The Battle for Middle Earth has begun! Oh, wait, that’s already happened. Or will happen. It really depends on how you look at it, I suppose.
Peter Jackson’s journey through JRR Tolkien’s fantasy epic The Hobbit has finally come to an end. It was always going to be a challenge; stretching the last film out into a fully rounded film was inevitably doomed to fail. Everyone saw it coming. Red flags hung everywhere. There just wasn’t enough material to warrant a third installment. We could bring up the same old argument about how this was all for money – extending the book to three films, thus creating more profit – but it’s been said and I think we should leave that beaten Oliphaunt alone.
The Battle of the Five Armies picks up where we last left off – with Smaug making his way to Lake Town to exact his fury upon the townsfolk. The sequence is pretty spectacular and you can almost feel the heat from Smaug’s fiery breath. But the tension is lost with the audience forced to recall where certain characters are. Over the year you have forgotten how Bard the Bowman (Luke Evans) ever came to be in prison. What did he do again? While you try to recall the incident to which caused his incarceration Smaug continues his fire storm of destruction. Who else forgot Kili (Aidan Turner) was poisoned and brought back to health by Tauriel (Evangeline Lilly) and that they had a semi-romantic connection? If you did not rewatch The Desolation of Smaug on DVD before going to see The Battle of the Five Armies, then like me, you’d be thinking about what happened in the last installment rather than enjoying the one currently on the screen.
The end of Smaug comes from Bard and his son on top of a damaged bell-tower. The scene is filled with pseudo tension. We should care what happens to them but we’ve forgotten why. In our minds we have only just reconnected with these characters. Smaug’s attack on Lake Town feels empty. It didn’t belong at the beginning of The Battle of Five Armies. It belonged at the end of The Desolation of Smaug.
The Battle of the Five Armies is essentially one big fight sequence. There can be no doubt about Peter Jackson’s ability to direct an action scene, but for the most part the action is stale and boring. Without characters all that remains are Men, Elves, Dwarves, and Orcs crashing into each other. And even then the fighting fails in comparison to the battle scenes in Two Towers (Battle of Helm’s Deep) and Return of the King (Battle of Gondor).
The problem with Jackson’s final film is there are very little story arc’s. Bilbo’s (Martin Freeman) arc was finished at the end of An Unexpected Journey. He realised he had a home to go back to and wanted his friends to have the same. In The Desolation of Smaug he doesn’t have much of an arc. He basically discovers he has a little bit more courage than before and goes up against Smaug. Bilbo’s only task in The Battle of the Five Armies is to keep the Arkenstone away from Thorin (Richard Armitage) because he has become corrupt with gold. Slightly hypocritical of Bilbo, seeing as he’s addicted to a most powerful, and evil, ring. Thorin is the only character who struggles with who he is and who he has become. In a weird scene we see him overcome his demons and eventually do the right thing.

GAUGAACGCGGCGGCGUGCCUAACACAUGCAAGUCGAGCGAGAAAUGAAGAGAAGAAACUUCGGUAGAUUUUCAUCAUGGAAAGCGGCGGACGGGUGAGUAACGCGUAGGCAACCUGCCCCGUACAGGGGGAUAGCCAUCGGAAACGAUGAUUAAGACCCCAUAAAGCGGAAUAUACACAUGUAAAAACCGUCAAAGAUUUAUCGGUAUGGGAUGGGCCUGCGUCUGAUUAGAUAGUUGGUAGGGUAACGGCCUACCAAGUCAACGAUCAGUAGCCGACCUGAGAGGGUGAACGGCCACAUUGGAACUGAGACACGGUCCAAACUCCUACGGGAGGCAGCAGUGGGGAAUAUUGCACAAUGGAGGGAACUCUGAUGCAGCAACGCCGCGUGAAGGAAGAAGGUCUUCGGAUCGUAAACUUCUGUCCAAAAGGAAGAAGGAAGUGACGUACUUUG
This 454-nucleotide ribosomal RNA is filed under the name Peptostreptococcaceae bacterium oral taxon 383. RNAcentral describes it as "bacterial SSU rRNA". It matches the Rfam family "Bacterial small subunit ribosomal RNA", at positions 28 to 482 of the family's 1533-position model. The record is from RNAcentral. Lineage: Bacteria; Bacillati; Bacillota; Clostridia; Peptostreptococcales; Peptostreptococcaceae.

But many of the other dwarves are left in the shadows and barely get a word in. They lie in wait (in the shadows) and emerge when the film calls for it, to remind the audience they’re still around. And the film clearly suffers because of it. There is more of Legolas (Orlando Bloom), if you like that sort of thing. He does seem better rounded, with more purpose than in Lord of the Rings. And then you have Evangeline doing her best to love a dwarf who eventually… Ahheemm… If you have read the book you’ll know.
Despite some impressive imagery and choreographed fights, there are very few moments that stick out. And the ones that do stick out you wish were cut from the film . Scenes are tacked on and hurried through. Christopher Lee, Hugo Weaving, and Cate Blanchett cameo as they fight ghostly figures in order to rescue Gandalf (Ian McKellen) from the clutches of the Necromancer – who turns out to be Sauron. Big surprise. Unfortunately, it has no real relevancy to the plot of the actual film and serves only to complete an unnecessary sub-plot.
The film does manage to round everything up nicely (better than the Star Wars prequels) and we are spared five different endings. The goodbyes are short and sweet and we do not linger on the fallen. A single sentence and that is all that is needed.
The Battle of the Five Armies is faster paced, shorter in length, but is Jackson’s least memorable film of the Middle Earth films. There was not enough source material or character development to stretch it to such ridiculous lengths. I do hope someone out there, in the internet world, will reedit the three movies into one epic film. That is the only way I will every watch The Hobbit again.
Just go read the book. The book is amazing. 5/10